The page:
Jewish World Review Sept. 24, 2003 / 27 Elul, 5763
Why Clark will fade
The shocking truth about the U.S.
presidential race is that the sudden and headlong collapse
of President Bush's popularity has created such a vacuum
that a new candidate such as retired Gen. Wesley Clark
has no difficulty soaring to the top of the polls based on one week's publicity.
The most recent Newsweek survey documents both Bush's crash and Clark's rise.
Bush is now down to a job-approval rating of only 51 percent. More ominously for
the Republicans, in a trial heat against any Democrat (except Howard Dean), he
scores below the crucial 50 percent mark. Against Al Gore and John Kerry, he gets
only 48 percent, and against Clark, drops to 47 percent. When an incumbent
president is below 50 percent of the vote, he is in desperate trouble. (Bush still
manages 52 percent against Dean.)
Asked if Bush should be re-elected, Americans vote no by 50-44.
Equally astonishing is the sudden rise of Gen. Clark. After only a week as the media's darling, he leads the
Democratic pack with 14 percent of the vote to Dean's and Joseph Lieberman's 12 percent, with Kerry at 10
percent and Dick Gephardt at 8 percent.
The key to Bush's free-fall? Only 46 percent approve of his handling of postwar Iraq, down 5 points from his
ratings last week. Not only do Americans mind losing soldiers, they also worry about the cost of the occupation,
with 56 percent complaining that it is too high.
Clark's rise is clearly a media-inspired flavor of the week. When Dean graced the front pages of Time and
Newsweek, he was similarly honored with a first-place rating. Clark's surge is not so much a testament to his
strength as to the weakness of Bush on the one hand and the Democratic field on the other.
Clark will not wear well. His early gaffes show his inexperience. He would be a bit like a latter-day Dwight D.
Eisenhower, except that nobody can quite recall what war it is that he won. The initial enthusiasm for his
candidacy really came from Europe, where this general-who-opposes-war is the kind of guy only the elites of
Paris can truly love. The only primary he has locked up is Democrats abroad.
But then Bill Clinton picked up the Clark banner and had his staff rally around his fellow Arkansan. Why?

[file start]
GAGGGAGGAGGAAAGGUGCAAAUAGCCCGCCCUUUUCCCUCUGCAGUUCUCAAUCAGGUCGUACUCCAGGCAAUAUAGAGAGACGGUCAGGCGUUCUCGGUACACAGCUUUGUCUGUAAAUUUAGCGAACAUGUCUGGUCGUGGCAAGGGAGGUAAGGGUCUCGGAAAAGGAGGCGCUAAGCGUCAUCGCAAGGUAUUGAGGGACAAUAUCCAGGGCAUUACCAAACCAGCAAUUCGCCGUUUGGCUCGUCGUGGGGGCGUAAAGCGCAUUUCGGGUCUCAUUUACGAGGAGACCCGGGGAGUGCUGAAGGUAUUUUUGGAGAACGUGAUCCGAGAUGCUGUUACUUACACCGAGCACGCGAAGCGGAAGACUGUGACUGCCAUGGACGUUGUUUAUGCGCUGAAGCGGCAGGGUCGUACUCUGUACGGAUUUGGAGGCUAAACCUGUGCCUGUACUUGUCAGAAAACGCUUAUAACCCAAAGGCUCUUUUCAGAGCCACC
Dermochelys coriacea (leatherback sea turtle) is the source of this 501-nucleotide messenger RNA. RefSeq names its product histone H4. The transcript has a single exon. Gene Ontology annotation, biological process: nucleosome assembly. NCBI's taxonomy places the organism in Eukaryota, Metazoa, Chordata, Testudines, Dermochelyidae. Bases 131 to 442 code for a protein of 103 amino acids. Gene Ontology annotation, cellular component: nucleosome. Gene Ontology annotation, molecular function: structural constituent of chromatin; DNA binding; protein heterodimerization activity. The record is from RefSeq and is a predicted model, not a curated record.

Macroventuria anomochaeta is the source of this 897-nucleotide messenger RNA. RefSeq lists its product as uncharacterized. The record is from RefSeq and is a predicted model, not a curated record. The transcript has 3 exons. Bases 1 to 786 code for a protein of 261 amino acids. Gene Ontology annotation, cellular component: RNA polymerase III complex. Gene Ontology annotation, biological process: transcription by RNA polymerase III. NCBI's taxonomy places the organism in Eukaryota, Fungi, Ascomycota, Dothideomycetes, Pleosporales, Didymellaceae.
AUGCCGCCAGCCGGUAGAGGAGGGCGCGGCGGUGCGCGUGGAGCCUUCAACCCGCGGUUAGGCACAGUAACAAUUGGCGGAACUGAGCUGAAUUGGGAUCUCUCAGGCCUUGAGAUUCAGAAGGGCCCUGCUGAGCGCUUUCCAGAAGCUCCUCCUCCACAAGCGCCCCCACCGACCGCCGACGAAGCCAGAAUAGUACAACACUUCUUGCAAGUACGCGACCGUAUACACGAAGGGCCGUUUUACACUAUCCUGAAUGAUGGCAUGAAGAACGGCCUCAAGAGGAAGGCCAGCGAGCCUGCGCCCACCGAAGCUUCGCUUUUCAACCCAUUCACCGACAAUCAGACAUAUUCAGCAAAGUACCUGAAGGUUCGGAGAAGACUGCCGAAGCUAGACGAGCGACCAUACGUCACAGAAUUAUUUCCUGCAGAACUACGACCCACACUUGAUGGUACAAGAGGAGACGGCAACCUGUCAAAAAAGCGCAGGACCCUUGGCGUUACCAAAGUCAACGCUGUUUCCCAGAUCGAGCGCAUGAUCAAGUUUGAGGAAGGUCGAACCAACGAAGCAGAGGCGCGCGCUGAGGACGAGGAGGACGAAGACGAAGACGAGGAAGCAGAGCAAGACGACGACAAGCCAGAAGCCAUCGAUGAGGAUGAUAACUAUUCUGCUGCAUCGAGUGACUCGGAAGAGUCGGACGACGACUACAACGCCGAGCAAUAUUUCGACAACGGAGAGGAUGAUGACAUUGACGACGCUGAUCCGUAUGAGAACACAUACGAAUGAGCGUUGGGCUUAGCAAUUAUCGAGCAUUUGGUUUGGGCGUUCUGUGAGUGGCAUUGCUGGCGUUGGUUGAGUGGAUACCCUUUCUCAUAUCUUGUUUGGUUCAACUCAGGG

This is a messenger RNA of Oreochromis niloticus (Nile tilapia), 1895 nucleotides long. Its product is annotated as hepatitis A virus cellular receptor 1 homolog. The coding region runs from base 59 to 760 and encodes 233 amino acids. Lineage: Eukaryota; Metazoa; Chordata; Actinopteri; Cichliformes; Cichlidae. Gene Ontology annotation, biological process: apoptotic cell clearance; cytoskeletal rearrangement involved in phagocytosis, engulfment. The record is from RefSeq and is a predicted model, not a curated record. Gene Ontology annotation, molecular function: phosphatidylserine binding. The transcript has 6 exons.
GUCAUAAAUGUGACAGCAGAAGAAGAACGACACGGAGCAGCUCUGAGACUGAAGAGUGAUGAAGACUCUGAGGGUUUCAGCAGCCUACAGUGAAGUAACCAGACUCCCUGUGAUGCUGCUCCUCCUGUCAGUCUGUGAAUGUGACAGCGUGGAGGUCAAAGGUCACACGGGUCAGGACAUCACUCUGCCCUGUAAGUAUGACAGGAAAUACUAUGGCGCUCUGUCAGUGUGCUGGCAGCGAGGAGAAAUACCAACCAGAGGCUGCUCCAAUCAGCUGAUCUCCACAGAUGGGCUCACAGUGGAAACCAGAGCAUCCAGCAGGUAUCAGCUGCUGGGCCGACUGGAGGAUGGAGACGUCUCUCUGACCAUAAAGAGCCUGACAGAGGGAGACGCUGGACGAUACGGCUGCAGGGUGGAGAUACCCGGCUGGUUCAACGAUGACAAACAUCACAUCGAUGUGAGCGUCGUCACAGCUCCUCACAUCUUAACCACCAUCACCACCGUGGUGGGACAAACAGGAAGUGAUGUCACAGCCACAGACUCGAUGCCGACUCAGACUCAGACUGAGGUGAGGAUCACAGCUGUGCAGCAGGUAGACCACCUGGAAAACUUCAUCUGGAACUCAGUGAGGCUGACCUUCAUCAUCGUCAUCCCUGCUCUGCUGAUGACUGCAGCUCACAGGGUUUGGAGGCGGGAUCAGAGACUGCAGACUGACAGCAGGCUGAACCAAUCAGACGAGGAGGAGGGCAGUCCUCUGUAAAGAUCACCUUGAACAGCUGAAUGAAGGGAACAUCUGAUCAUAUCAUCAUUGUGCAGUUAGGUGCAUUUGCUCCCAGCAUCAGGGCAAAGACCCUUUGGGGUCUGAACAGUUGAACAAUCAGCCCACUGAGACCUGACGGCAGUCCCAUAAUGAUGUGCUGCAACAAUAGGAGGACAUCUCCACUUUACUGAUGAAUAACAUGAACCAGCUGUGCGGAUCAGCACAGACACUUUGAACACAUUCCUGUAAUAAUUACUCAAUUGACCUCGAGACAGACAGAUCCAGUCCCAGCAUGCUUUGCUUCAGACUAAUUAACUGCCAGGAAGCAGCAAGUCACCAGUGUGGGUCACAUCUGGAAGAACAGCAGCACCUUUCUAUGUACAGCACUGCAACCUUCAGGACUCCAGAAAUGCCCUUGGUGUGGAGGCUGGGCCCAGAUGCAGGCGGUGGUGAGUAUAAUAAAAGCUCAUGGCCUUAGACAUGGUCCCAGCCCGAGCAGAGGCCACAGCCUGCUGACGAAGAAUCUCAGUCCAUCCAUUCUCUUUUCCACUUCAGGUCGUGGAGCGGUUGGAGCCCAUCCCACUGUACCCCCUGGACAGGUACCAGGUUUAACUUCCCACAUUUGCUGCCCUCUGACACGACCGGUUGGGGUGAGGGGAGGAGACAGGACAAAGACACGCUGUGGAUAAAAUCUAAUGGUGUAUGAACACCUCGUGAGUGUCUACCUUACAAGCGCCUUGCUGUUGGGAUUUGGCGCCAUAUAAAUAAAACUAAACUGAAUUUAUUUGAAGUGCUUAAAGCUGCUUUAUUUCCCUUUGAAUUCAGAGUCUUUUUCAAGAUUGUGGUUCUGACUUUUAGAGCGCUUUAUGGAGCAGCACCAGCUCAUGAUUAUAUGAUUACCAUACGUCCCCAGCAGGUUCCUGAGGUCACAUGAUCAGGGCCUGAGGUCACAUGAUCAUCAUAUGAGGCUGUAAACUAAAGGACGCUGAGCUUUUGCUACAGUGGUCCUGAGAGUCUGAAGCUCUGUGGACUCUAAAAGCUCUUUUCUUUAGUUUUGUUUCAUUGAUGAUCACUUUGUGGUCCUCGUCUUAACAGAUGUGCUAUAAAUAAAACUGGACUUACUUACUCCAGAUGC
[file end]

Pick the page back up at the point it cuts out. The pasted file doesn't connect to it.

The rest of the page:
Hillary and Bill support confusion, chaos and consternation as their preferred strategy for Democrats in 2004.
Determined that nobody but they capture the White House - or even the Democratic Party - the Clintons are
opposed to anyone who gains momentum.
In the 18th and 19th centuries, Britain pursued a policy of opposing any European nation that got too powerful,
always amassing a coalition behind the weaker states to maintain the balance of power. This is precisely the
Clinton posture in this election year.
In the long run, Dean's momentum will prove real and Clark's will be seen as bogus. Dean has amassed a base
of grassroots (or cyber-roots) support by tapping into two groups - gays and peaceniks. His message spread
among them not as a result of top-down advertising but by the new Internet style of viral, horizontal marketing.
Gays and their supporters and anti-war zealots spread the word among themselves that Dean was their man.
The result was a genuine outpouring of backing from small donors and local activists.
The Dean candidacy is the first creation of the Internet age. By contrast, Clark's is perhaps the last of the
media-created candidacies. Dean's support will carry him through the early primaries. He will likely score
one-punch knockouts in Iowa of Gephardt, in New Hampshire of Kerry, and in South Carolina of Edwards. His
three victims must win their respective primaries because they come from the state next door. Their failure to do
so means the end of their candidacies.
Dean still can't beat Bush. But how far can Bush drop before we hear the splash at the bottom of the well?
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© 2003, Dick Morris